= H2(e(privB, H1(idA)) ||idA||idB||nA||nB||1) (B)

idB, nB, V0

V1

Concrete Handshake Continued

- If both verification succeed, then
- SA = H2(e(privA, H1(idB)) ||idA||idB||nA||nB||2)
- SB = H2(e(H1(idA), privB) ||idA||idB||nA||nB||2)
- e(privA, H1(idB)) = e(H1(idA), privB) SA = SB
- TraceUser: given a transcript of a handshake between A and B, the administrator can recover the pseudonyms idA and idB and their users.

Concrete Secrete-Handshake scheme with Roles

- CreateGroup
- AddUser: “pseudonyms” list
idU1, …, idUt € {0, 1}* for U.

The administrator calculate:

privUi = SGH1(idUi||R)

Concrete Handshake with roles

idA, nA

- A B
- A B
- A B
- V0 = H2(e(H1(idA||R’A), privB) ||idA||idB||nA||nB||0) (B)
= H2(e(privA, H1(idB||R’B)) ||idA||idB||nA||nB||0) (A)

- V1 = H2(e(privA, H1(idB||R’B)) ||idA||idB||nA||nB||1) (A)
= H2(e(H1(idA||R’A), privB) ||idA||idB||nA||nB||1)(B)

idB, nB, V0

V1

Concrete Handshake Continued

- If both verification succeed, then
- SA = H2(e(privA, H1(idB||R’B)) ||idA||idB||nA||nB||2)
- SB = H2(e(H1(idA||R’A), privB) ||idA||idB||nA||nB||2)
- TraceUser and RemoveUser are identical to PBH.

Security for Secret-Handshake Schema

Some definitions:

- Security Parameter:
- Length of prime modulus (q)

- Negligible:
- for all polynomials p(·), e(t)<1/p(t)

- Random Simulation:
- R replaces all outgoing messages with uniformly-random bit strings of the same length.

Definitions

- Interaction:
- Adversary modified SHS.Handshake(A,B)
- A interacts with B:
A.Handshake (A, B)

- A interacts with a random simulation: A.Handshake (A, R)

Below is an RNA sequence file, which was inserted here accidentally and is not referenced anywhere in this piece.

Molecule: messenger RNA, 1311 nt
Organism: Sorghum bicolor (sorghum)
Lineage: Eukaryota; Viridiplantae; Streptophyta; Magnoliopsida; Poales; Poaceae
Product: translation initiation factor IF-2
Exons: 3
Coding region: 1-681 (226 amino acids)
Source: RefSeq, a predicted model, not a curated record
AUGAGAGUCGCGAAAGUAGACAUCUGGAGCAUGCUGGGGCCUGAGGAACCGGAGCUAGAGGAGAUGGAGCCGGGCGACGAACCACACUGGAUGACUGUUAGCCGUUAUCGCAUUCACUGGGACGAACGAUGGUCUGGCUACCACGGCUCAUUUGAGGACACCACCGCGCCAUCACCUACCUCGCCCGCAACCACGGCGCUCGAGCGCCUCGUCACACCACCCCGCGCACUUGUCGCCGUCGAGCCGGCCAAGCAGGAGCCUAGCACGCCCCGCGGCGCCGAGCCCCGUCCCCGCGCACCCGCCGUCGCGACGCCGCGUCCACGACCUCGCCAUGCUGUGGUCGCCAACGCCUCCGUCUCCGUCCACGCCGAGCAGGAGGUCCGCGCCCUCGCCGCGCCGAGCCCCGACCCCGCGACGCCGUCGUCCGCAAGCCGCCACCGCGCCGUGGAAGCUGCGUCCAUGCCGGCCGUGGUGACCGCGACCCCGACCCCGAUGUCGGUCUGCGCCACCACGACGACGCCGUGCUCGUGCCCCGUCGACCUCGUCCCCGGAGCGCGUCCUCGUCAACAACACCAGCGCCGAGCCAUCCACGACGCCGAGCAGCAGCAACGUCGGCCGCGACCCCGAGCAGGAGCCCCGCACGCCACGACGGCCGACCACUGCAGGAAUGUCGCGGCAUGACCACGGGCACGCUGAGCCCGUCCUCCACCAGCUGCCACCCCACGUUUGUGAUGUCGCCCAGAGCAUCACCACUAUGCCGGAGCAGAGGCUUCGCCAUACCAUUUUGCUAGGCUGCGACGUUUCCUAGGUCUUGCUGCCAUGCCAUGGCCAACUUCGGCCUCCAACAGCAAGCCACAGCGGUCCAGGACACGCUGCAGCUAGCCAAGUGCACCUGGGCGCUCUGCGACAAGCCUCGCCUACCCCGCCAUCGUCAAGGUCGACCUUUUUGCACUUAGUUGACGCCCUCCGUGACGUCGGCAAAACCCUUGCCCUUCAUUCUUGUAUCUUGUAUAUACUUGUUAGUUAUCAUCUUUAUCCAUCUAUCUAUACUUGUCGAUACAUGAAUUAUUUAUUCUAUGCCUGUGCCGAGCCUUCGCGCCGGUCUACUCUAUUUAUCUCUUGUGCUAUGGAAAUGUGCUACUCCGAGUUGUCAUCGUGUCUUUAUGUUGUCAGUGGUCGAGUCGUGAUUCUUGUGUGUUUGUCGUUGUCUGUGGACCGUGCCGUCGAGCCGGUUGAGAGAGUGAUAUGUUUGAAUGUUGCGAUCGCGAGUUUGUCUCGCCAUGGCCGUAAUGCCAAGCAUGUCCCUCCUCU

Group Member Impersonation

- Adversary attempts to convince U* that A is a member of G*
- If A not obtain secrets fro any U in G*, then it should remain unable to convince U* of its membership in G*.
- Trace the user secrets a successful adversary might be using. ( by transcript of A’s interaction with U*)

Group Member Impersonation Game

- Randomized, polynomial-time adversary A
- 1. A interacts with Us and obtains secrets for some users U’ in Us.
- 2. A select a target user U* in G*.
- 3. A attempts to convince U* that A belongs to G*.
- SHS.Handshake (A, U*).

Probability A Wins the Game

- A wins if it engages correctly in SHS.Handshake (A, U*)
- AdvMIGA:= Pr[ A wins Member Impersonation Game ].
- Conditional advantage restricted to E:
AdvMIGEA:=Pr[ A wins Member Impersonation Game | E ].

Impersonation Resistance

- Impersonation Resistance
- Suppose A never corrupts a member of the target group G*. Then U’ ^ G* = 0. The secret-handshake scheme SHS is said to ensure impersonation resistance if AdvMIGA (U0 ^ G* = 0) is negligible for all A.

Impersonator Tracing

- Let T be a transcript of the interaction of A and U. The secret-handshake scheme SHS is said to permit impostor tracing when |Pr[SHS.TraceUser(T) in U0 ^ G*]-AdvMIGA| is negligible for all A.

Group Member Detection

- Adversary A has as its goal to learn how to identify members of a certain group G*
- A interacts with players of the system, corrupts some users, picks a target user U*, and attempts to
learn if U* belongs to G.

Group Member Detection

Required property:

- if A does not obtain secrets for any other
U inG*, then it should remain clueless when detecting whether U* in G.

In other words, the final interaction with

U should yield no new information to the adversary unless it has already obtained secrets from another member of G.

Member Detection Game

- 1. A interacts with users of its choice, and obtains secrets for some users U’ in U.
- 2. A selects a target user U* besides U.
- 3. Flip a random bit, b <- {0.1}.
- 4. b=0, A interacts with U;
b=1, A interacts with R.

- 5. A outputs a guess b* for b.

Probability A Wins the Game

- If b*=b, A wins the game.
- AdvMDGA:=|Pr[A wins Member Detection Game]-1/2|.
- Conditional Advantage restricted to occurrence of event E:
AdvMDGEA:=

|Pr[ A wins MDG|E ]-1/2| .

Detection Resistance

- Let GU* be the group to which U* belongs, and suppose A never corrupts a member in GU*,
Then U0 ^ GU* = 0.

- The secret-handshake scheme SHS is said to ensure detection resistance if AdvMDGa(U0 ^ GU*= 0) is negligible for all A.

Detector Tracing

- Let T be a transcript of the interaction of A and U*, and let GU* be the group to which U* belongs.